Late afternoon we received a knock at the door, with room service delivering a plate of chocolates and a form letter from the Executive Chef. Basically it apologised that our meal did not meet our expectations (which one?) and hopes that with the chocolates it will not cloud our opinion of the cruise and the services provided by the galley. We would be happy if the Chef implemented proper quality controls, consistently serving hot food that was properly cooked, rather than the easy option of sending a plate of chocolates. During the final hours of the bunkering we sat on the balcony with refreshments, enjoying the sights of an operational port, with lots of birds flying around and ships working cargo. The bulk carrier next to us was discharging white powder with their own cranes and buckets and the next ship was discharging new semi trucks, which were secured on top of the hatches. At the far end were 2 container ships with boxes literally flying off the ships. The show on the bunker barge was definitely entertaining, especially when preparing to depart. I guess machines, winches and cranes have not reached Peru, as everything was completed manually, with complete disregard to safety. The discharge hose, which was probably about 8”, and stretched the 20 feet from barge to ship, was manually pulled back up onto the barge once disconnected by the ship. From my days on tankers I recall these are extremely heavy. Then at the bow, another seaman was hauling up the containment boom, which also weighs a ton. With all this manual labour right at the edge of the barge, not one of them wore a lifejacket. Once the barge departed, Sea Princess finally set sail shortly after sunset, with us navigating through the harbour and buoyed channel in twilight. We stayed on the balcony enjoying the sights until time for dinner.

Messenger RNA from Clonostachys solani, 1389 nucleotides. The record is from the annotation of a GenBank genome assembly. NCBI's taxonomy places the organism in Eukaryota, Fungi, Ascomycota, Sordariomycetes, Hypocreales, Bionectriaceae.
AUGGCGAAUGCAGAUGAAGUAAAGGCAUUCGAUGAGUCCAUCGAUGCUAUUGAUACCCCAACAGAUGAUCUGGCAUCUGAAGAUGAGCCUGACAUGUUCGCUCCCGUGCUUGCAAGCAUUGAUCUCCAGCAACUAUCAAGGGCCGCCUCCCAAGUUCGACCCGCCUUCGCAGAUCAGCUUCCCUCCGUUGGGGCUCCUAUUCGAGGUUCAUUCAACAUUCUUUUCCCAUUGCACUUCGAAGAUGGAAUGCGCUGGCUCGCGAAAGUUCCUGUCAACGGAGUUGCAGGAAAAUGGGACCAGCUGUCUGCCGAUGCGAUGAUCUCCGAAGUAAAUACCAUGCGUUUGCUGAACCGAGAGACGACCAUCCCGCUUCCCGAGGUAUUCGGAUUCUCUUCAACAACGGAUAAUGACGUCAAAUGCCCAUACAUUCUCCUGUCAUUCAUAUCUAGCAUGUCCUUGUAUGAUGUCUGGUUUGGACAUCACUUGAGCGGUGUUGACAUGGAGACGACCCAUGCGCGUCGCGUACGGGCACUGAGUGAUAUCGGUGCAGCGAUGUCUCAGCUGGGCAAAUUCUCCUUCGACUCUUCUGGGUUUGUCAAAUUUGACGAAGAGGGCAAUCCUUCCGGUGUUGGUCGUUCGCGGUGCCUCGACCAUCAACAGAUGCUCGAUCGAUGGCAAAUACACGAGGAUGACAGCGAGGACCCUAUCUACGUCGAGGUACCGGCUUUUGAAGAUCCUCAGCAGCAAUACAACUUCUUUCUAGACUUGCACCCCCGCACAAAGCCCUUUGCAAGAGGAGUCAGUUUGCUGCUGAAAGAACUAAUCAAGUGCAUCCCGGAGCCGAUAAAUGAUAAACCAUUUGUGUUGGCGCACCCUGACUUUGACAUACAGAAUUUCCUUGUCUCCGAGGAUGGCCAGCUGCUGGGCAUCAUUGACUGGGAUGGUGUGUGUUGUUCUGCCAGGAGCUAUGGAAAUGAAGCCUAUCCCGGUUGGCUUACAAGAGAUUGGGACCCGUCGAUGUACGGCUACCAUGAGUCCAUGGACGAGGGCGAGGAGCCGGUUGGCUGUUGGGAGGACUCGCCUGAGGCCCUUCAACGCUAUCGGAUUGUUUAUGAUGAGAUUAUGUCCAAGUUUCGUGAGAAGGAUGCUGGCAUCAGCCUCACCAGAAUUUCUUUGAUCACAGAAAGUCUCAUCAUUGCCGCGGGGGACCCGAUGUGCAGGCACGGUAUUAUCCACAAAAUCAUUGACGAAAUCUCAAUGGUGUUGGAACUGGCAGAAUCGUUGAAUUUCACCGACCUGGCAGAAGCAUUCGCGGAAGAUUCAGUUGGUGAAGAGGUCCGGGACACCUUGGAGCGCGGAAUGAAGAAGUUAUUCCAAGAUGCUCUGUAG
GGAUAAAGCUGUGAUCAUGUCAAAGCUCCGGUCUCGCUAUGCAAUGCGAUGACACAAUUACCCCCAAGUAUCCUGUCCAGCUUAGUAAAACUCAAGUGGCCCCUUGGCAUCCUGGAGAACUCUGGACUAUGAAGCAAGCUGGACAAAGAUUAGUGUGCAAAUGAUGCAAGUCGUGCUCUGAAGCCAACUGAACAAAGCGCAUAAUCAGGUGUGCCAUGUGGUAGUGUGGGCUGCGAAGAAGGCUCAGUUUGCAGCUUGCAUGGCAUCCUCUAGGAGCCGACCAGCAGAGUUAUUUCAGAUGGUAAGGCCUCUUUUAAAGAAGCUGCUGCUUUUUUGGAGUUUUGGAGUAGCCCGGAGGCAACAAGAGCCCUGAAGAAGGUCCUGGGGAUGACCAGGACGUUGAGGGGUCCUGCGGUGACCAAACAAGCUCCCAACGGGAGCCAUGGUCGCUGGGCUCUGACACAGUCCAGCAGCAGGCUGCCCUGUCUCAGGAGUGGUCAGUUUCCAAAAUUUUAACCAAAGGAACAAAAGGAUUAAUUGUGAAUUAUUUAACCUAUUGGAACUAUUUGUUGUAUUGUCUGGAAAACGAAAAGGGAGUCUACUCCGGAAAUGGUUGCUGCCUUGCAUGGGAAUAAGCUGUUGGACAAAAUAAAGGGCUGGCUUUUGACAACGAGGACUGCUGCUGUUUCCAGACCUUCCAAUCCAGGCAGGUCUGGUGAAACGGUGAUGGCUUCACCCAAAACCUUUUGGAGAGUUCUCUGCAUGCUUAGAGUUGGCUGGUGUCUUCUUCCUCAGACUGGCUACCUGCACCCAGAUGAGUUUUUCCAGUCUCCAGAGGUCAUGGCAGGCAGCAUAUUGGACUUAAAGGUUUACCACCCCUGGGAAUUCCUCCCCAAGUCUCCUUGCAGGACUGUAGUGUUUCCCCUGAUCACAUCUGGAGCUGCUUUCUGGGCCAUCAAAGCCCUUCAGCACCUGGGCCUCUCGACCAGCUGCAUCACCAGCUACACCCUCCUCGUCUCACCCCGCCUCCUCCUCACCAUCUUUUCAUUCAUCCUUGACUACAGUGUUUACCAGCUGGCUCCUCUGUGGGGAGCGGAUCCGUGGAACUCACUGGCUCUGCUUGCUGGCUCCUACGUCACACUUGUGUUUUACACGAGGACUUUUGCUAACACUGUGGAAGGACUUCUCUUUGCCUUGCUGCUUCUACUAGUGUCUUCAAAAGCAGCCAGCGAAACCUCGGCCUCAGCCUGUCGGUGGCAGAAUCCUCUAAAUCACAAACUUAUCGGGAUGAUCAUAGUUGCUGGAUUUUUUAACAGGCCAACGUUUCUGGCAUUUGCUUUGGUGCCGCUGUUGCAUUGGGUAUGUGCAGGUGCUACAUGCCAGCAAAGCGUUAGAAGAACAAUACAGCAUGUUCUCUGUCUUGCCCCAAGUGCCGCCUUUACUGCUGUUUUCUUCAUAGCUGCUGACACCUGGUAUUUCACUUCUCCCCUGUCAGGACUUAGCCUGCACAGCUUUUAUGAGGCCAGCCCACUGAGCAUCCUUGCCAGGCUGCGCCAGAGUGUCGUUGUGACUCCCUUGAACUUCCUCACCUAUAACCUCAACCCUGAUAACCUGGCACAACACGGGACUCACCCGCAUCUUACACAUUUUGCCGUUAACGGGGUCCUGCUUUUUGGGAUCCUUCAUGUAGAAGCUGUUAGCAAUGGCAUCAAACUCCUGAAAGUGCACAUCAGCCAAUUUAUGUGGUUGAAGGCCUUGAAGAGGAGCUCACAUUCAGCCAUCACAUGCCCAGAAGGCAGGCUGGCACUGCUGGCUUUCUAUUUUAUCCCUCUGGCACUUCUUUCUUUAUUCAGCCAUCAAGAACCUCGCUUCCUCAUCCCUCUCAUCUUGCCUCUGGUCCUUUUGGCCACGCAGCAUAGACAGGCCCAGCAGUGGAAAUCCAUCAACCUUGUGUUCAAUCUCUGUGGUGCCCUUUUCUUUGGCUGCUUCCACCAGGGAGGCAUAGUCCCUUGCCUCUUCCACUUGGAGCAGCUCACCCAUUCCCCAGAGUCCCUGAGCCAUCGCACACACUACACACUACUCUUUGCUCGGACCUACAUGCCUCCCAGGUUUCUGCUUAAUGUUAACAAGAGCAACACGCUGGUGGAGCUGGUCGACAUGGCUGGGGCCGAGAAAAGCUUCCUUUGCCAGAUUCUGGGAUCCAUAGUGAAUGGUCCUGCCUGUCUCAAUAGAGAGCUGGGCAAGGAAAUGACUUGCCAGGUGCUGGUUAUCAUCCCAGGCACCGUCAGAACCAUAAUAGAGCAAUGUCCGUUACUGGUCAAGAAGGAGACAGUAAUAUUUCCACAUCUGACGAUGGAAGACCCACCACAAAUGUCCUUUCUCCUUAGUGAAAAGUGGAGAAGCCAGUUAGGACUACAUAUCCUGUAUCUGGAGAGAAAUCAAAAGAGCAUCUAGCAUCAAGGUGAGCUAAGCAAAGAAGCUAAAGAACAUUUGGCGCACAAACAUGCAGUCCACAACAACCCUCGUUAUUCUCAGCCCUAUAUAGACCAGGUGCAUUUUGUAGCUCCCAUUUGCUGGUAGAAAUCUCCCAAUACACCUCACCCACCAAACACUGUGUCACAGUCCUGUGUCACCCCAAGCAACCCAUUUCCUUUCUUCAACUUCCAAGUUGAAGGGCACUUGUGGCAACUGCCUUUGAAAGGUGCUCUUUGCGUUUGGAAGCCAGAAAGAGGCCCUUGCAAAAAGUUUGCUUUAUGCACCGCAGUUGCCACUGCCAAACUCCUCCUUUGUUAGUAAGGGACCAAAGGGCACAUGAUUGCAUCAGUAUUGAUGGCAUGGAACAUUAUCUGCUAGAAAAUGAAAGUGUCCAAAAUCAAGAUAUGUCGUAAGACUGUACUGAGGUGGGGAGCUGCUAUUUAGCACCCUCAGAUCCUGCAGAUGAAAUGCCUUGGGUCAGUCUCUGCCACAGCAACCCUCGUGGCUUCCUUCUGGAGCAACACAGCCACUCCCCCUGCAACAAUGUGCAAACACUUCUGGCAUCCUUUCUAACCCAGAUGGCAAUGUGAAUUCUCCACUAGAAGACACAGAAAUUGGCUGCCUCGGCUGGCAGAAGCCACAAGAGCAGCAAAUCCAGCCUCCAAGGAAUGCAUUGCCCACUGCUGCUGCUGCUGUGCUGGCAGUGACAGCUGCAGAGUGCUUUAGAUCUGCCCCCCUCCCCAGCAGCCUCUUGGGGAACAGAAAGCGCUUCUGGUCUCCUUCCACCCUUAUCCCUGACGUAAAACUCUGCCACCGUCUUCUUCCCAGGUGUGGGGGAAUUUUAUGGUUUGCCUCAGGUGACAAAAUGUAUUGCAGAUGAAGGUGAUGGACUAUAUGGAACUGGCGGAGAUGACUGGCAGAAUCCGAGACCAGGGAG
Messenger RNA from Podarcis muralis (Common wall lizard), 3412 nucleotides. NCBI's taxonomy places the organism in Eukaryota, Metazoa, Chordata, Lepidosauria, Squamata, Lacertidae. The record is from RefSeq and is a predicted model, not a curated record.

Approaching sunset while awaiting the bunker barge to finish.
With Bruce and Viv up at altitude visiting Machu Picchu, it was only the 6 of us for dinner. I had the sea bass, with asparagus and cuscus, with the entire plate of food being almost stone cold. Our Waiter was most apologetic and immediately headed to the galley to voice his displeasure with the chef and cooks. He returned with a reasonably hot plate of food and some nice steamed broccoli. For desserts, nothing appealed, so I had a Bob special – scoop of ice cream with banana and strawberries, rather than a fruit plate. Christine had a Panacotta, which was meant to be served on puff pastry. When it arrived the puff pastry was more like a graham cracker. About mid-way through dinner the rockin’ and rollin’ started in earnest, as we make our way south through the Pacific Ocean, so after dinner Judi, the ladies and Bob all headed straight to bed. Christine and I headed to the show, which was billed as a Princess Production Show, starring the Sea Princess singers and dancers. Yet again, calling this a production show is taking extensive liberties, as it involves a fixed stage with the 3 singers singing and the dancers gyrating around them. Again, a massive reduction in quality from the Princess shows of even 3 years ago.
As another day closes, we bid you farewell, till tomorrow and hope for fair skies and following seas.